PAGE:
Nari Kye, an employee at Anthony Bourdain's office, has been bothering him to do a show on her native South Korea. Anthony gives in to the pressure. His condition? Nari must come with him and guide him through Korean culture, customs and cuisine. An elated Nari agrees and, next thing you know, they're in Seoul and the adventure begins.
Korea is a region and former country of East Asia that was unified under one state, but now divided into two separate states—North Korea and South Korea—as a result of the Korean War (1950–53). Located on the Korean Peninsula, Korea is bordered by People's Republic of China to the northwest, Russia to the northeast, and is separated from Japan to the east by the Korea Strait and the Sea of Japan (East Sea).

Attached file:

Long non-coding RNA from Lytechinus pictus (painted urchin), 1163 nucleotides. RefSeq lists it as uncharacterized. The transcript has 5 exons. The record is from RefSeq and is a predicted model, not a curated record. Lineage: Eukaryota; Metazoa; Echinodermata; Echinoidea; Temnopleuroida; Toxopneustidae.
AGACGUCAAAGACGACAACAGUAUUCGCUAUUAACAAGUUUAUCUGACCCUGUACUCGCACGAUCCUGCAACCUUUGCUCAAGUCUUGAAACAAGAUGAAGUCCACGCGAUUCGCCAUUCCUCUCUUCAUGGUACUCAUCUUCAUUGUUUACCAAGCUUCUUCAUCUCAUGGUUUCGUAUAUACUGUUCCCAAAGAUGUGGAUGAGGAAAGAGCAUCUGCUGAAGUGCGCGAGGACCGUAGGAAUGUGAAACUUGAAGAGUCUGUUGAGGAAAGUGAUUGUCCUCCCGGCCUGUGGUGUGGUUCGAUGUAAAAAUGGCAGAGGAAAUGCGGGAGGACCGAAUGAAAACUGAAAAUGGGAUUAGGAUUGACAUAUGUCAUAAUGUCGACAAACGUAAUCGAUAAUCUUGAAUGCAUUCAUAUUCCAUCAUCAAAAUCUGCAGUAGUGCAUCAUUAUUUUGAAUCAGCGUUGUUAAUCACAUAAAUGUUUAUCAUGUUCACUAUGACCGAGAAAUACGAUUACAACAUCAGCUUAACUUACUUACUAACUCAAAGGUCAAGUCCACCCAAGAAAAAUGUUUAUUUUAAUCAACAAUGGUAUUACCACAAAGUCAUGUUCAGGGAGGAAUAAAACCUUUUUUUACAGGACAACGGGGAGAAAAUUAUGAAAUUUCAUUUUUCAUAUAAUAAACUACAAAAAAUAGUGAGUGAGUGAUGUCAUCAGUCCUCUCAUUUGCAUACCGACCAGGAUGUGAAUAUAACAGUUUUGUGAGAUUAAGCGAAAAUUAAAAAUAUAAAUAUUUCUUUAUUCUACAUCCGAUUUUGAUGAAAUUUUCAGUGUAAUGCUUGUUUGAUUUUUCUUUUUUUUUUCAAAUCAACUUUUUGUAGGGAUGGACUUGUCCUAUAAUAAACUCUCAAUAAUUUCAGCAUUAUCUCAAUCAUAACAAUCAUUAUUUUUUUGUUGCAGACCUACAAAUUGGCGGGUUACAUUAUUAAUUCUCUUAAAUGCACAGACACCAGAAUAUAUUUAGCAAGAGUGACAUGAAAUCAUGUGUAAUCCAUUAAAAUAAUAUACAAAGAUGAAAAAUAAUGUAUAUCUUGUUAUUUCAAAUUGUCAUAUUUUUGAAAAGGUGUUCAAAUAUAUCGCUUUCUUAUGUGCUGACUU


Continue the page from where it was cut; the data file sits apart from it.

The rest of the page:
Korean history begins with the founding of Gojoseon in 2333 BC by the legendary Dan-gun. Following the unification of the Three Kingdoms of Korea under Silla 668 AD, Korea went through the Goryeo Dynasty and Joseon Dynasty as one nation until the end of the Korean Empire in 1910, when Korea was annexed by Japan becoming part of the Japanese Empire, and remained so until Korea's liberation and occupation by Soviet and U.S. forces at the end of World War II in 1945. These two Cold War rivals then established governments sympathetic to their own ideologies, leading to Korea's current division into two political entities: North Korea and South Korea. The ensuing conflict between the two was largely a proxy war.